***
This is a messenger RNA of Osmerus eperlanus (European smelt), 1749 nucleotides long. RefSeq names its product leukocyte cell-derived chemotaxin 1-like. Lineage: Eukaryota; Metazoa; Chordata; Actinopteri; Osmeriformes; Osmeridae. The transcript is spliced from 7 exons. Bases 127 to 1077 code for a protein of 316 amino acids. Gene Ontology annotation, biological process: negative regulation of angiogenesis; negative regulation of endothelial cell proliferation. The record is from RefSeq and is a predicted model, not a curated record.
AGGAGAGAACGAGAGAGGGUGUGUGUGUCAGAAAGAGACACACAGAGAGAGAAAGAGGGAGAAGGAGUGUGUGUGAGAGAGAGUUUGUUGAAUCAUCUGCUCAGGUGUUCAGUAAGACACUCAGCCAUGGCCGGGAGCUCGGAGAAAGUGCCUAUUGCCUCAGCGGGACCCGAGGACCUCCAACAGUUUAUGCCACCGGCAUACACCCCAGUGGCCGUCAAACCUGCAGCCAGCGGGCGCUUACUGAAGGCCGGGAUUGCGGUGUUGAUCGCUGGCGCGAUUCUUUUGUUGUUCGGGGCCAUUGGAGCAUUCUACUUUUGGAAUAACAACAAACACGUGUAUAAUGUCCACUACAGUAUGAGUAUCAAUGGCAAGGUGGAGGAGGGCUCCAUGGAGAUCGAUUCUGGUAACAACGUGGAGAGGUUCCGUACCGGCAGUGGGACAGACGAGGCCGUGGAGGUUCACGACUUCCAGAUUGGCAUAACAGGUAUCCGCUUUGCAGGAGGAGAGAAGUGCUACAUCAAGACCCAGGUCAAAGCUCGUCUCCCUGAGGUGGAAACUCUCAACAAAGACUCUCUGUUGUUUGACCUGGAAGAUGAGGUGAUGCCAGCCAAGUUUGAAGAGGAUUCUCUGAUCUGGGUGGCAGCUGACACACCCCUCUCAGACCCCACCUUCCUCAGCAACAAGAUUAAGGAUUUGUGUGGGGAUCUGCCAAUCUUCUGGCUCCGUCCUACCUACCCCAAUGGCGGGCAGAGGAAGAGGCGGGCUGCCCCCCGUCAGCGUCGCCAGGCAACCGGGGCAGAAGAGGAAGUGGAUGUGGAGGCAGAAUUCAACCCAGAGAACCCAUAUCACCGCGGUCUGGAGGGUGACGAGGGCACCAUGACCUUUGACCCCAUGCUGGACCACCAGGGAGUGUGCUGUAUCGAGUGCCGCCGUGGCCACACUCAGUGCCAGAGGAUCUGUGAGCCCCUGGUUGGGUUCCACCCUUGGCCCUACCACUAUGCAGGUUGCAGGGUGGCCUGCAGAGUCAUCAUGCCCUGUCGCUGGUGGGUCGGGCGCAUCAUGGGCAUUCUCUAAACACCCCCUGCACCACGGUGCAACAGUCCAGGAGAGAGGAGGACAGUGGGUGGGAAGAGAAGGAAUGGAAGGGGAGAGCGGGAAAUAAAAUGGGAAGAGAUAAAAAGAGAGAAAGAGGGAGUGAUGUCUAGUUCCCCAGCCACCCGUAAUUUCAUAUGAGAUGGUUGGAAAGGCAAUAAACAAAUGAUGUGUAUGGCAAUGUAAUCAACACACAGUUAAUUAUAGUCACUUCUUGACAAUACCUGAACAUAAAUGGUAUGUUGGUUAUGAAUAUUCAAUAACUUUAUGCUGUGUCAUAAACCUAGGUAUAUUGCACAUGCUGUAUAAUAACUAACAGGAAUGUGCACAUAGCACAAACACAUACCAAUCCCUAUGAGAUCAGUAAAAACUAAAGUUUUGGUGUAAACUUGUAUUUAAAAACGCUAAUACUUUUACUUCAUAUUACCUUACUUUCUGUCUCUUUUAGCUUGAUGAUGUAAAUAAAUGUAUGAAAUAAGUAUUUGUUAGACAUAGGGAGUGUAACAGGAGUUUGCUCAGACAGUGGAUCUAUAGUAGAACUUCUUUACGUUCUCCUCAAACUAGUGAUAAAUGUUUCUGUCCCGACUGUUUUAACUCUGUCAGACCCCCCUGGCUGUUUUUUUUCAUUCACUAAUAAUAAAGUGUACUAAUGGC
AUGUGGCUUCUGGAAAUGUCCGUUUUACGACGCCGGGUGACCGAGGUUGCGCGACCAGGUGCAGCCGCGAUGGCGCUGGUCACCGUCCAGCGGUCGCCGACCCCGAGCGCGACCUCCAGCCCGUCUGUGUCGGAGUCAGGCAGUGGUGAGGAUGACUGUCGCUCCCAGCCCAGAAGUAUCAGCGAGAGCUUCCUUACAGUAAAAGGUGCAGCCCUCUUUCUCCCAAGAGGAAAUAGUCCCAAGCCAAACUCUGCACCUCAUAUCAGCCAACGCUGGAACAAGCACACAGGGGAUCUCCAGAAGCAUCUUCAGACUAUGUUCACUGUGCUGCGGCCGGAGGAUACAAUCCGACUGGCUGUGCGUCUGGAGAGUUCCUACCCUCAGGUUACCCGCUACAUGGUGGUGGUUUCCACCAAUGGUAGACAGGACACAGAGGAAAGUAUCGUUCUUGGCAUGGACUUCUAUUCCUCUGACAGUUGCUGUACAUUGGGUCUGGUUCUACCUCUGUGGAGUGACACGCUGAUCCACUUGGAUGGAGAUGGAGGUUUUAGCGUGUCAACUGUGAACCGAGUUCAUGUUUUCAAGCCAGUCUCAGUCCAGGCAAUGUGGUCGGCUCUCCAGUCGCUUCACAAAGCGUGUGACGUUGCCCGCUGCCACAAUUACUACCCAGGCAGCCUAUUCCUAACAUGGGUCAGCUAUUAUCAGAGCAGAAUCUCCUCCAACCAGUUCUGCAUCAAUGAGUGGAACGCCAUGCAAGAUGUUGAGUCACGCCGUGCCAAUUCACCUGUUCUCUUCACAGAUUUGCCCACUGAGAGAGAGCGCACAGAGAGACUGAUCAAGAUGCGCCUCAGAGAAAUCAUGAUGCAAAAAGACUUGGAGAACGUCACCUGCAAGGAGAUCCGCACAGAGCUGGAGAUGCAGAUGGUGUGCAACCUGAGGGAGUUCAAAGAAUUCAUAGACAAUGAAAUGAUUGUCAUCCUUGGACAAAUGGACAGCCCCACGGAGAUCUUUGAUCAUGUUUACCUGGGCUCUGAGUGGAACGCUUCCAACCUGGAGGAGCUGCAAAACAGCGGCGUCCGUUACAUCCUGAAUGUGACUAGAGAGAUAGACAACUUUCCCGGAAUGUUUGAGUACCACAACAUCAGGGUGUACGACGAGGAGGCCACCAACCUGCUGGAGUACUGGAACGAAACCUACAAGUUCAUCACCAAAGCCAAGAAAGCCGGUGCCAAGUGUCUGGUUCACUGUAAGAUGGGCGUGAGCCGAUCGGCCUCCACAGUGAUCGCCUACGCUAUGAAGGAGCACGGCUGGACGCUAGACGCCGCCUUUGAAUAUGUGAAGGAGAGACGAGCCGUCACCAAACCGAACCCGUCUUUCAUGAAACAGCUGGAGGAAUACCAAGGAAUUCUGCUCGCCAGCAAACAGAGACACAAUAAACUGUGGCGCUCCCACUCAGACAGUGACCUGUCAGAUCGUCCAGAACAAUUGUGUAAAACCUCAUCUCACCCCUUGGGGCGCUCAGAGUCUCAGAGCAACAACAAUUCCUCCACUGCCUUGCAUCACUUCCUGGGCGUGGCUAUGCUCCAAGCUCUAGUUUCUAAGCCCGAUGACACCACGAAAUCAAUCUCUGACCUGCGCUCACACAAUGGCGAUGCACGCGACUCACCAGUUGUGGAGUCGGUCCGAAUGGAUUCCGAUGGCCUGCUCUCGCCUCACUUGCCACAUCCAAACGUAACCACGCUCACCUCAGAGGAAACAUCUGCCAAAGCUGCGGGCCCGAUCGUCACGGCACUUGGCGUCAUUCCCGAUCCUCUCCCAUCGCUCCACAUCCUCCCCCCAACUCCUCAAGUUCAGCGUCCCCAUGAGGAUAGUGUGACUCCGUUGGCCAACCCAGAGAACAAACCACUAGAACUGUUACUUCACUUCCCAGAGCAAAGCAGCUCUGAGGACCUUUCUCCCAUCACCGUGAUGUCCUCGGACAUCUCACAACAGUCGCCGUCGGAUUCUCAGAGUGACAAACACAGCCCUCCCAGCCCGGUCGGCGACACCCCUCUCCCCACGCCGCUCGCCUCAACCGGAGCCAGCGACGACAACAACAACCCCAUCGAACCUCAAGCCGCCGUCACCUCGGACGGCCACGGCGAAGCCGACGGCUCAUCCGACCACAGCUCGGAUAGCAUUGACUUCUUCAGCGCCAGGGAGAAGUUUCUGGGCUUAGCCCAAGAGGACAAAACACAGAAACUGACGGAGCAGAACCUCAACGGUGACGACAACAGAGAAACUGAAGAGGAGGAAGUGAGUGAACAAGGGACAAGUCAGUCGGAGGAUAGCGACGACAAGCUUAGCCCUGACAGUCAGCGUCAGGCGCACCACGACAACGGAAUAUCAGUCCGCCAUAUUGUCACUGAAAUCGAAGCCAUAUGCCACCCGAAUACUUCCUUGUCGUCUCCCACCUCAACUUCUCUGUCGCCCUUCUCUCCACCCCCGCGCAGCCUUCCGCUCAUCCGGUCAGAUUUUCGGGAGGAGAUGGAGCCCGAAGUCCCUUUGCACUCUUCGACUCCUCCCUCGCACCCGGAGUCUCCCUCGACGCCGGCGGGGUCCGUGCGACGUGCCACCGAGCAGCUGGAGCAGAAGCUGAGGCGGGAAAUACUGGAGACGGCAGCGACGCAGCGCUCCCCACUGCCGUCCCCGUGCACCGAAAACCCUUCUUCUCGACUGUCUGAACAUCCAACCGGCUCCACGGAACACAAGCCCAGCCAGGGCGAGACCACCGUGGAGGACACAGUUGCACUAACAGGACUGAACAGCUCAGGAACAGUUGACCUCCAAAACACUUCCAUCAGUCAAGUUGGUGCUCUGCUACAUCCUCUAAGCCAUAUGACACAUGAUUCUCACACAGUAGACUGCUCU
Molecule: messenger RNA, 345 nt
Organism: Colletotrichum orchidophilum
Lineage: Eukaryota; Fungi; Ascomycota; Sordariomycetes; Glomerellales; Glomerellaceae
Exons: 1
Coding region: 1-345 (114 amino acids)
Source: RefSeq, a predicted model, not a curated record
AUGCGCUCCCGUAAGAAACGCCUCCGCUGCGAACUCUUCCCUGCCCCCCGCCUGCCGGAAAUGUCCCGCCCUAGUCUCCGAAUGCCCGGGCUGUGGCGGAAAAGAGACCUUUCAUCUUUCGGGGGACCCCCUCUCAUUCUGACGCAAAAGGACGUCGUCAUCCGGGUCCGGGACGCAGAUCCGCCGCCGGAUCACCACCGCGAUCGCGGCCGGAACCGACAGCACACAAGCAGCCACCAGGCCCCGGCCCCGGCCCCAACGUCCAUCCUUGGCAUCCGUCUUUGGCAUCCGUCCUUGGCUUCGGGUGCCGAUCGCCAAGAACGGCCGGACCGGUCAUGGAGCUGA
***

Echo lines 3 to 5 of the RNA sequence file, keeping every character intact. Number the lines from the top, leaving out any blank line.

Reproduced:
AUGUGGCUUCUGGAAAUGUCCGUUUUACGACGCCGGGUGACCGAGGUUGCGCGACCAGGUGCAGCCGCGAUGGCGCUGGUCACCGUCCAGCGGUCGCCGACCCCGAGCGCGACCUCCAGCCCGUCUGUGUCGGAGUCAGGCAGUGGUGAGGAUGACUGUCGCUCCCAGCCCAGAAGUAUCAGCGAGAGCUUCCUUACAGUAAAAGGUGCAGCCCUCUUUCUCCCAAGAGGAAAUAGUCCCAAGCCAAACUCUGCACCUCAUAUCAGCCAACGCUGGAACAAGCACACAGGGGAUCUCCAGAAGCAUCUUCAGACUAUGUUCACUGUGCUGCGGCCGGAGGAUACAAUCCGACUGGCUGUGCGUCUGGAGAGUUCCUACCCUCAGGUUACCCGCUACAUGGUGGUGGUUUCCACCAAUGGUAGACAGGACACAGAGGAAAGUAUCGUUCUUGGCAUGGACUUCUAUUCCUCUGACAGUUGCUGUACAUUGGGUCUGGUUCUACCUCUGUGGAGUGACACGCUGAUCCACUUGGAUGGAGAUGGAGGUUUUAGCGUGUCAACUGUGAACCGAGUUCAUGUUUUCAAGCCAGUCUCAGUCCAGGCAAUGUGGUCGGCUCUCCAGUCGCUUCACAAAGCGUGUGACGUUGCCCGCUGCCACAAUUACUACCCAGGCAGCCUAUUCCUAACAUGGGUCAGCUAUUAUCAGAGCAGAAUCUCCUCCAACCAGUUCUGCAUCAAUGAGUGGAACGCCAUGCAAGAUGUUGAGUCACGCCGUGCCAAUUCACCUGUUCUCUUCACAGAUUUGCCCACUGAGAGAGAGCGCACAGAGAGACUGAUCAAGAUGCGCCUCAGAGAAAUCAUGAUGCAAAAAGACUUGGAGAACGUCACCUGCAAGGAGAUCCGCACAGAGCUGGAGAUGCAGAUGGUGUGCAACCUGAGGGAGUUCAAAGAAUUCAUAGACAAUGAAAUGAUUGUCAUCCUUGGACAAAUGGACAGCCCCACGGAGAUCUUUGAUCAUGUUUACCUGGGCUCUGAGUGGAACGCUUCCAACCUGGAGGAGCUGCAAAACAGCGGCGUCCGUUACAUCCUGAAUGUGACUAGAGAGAUAGACAACUUUCCCGGAAUGUUUGAGUACCACAACAUCAGGGUGUACGACGAGGAGGCCACCAACCUGCUGGAGUACUGGAACGAAACCUACAAGUUCAUCACCAAAGCCAAGAAAGCCGGUGCCAAGUGUCUGGUUCACUGUAAGAUGGGCGUGAGCCGAUCGGCCUCCACAGUGAUCGCCUACGCUAUGAAGGAGCACGGCUGGACGCUAGACGCCGCCUUUGAAUAUGUGAAGGAGAGACGAGCCGUCACCAAACCGAACCCGUCUUUCAUGAAACAGCUGGAGGAAUACCAAGGAAUUCUGCUCGCCAGCAAACAGAGACACAAUAAACUGUGGCGCUCCCACUCAGACAGUGACCUGUCAGAUCGUCCAGAACAAUUGUGUAAAACCUCAUCUCACCCCUUGGGGCGCUCAGAGUCUCAGAGCAACAACAAUUCCUCCACUGCCUUGCAUCACUUCCUGGGCGUGGCUAUGCUCCAAGCUCUAGUUUCUAAGCCCGAUGACACCACGAAAUCAAUCUCUGACCUGCGCUCACACAAUGGCGAUGCACGCGACUCACCAGUUGUGGAGUCGGUCCGAAUGGAUUCCGAUGGCCUGCUCUCGCCUCACUUGCCACAUCCAAACGUAACCACGCUCACCUCAGAGGAAACAUCUGCCAAAGCUGCGGGCCCGAUCGUCACGGCACUUGGCGUCAUUCCCGAUCCUCUCCCAUCGCUCCACAUCCUCCCCCCAACUCCUCAAGUUCAGCGUCCCCAUGAGGAUAGUGUGACUCCGUUGGCCAACCCAGAGAACAAACCACUAGAACUGUUACUUCACUUCCCAGAGCAAAGCAGCUCUGAGGACCUUUCUCCCAUCACCGUGAUGUCCUCGGACAUCUCACAACAGUCGCCGUCGGAUUCUCAGAGUGACAAACACAGCCCUCCCAGCCCGGUCGGCGACACCCCUCUCCCCACGCCGCUCGCCUCAACCGGAGCCAGCGACGACAACAACAACCCCAUCGAACCUCAAGCCGCCGUCACCUCGGACGGCCACGGCGAAGCCGACGGCUCAUCCGACCACAGCUCGGAUAGCAUUGACUUCUUCAGCGCCAGGGAGAAGUUUCUGGGCUUAGCCCAAGAGGACAAAACACAGAAACUGACGGAGCAGAACCUCAACGGUGACGACAACAGAGAAACUGAAGAGGAGGAAGUGAGUGAACAAGGGACAAGUCAGUCGGAGGAUAGCGACGACAAGCUUAGCCCUGACAGUCAGCGUCAGGCGCACCACGACAACGGAAUAUCAGUCCGCCAUAUUGUCACUGAAAUCGAAGCCAUAUGCCACCCGAAUACUUCCUUGUCGUCUCCCACCUCAACUUCUCUGUCGCCCUUCUCUCCACCCCCGCGCAGCCUUCCGCUCAUCCGGUCAGAUUUUCGGGAGGAGAUGGAGCCCGAAGUCCCUUUGCACUCUUCGACUCCUCCCUCGCACCCGGAGUCUCCCUCGACGCCGGCGGGGUCCGUGCGACGUGCCACCGAGCAGCUGGAGCAGAAGCUGAGGCGGGAAAUACUGGAGACGGCAGCGACGCAGCGCUCCCCACUGCCGUCCCCGUGCACCGAAAACCCUUCUUCUCGACUGUCUGAACAUCCAACCGGCUCCACGGAACACAAGCCCAGCCAGGGCGAGACCACCGUGGAGGACACAGUUGCACUAACAGGACUGAACAGCUCAGGAACAGUUGACCUCCAAAACACUUCCAUCAGUCAAGUUGGUGCUCUGCUACAUCCUCUAAGCCAUAUGACACAUGAUUCUCACACAGUAGACUGCUCU
Molecule: messenger RNA, 345 nt
Organism: Colletotrichum orchidophilum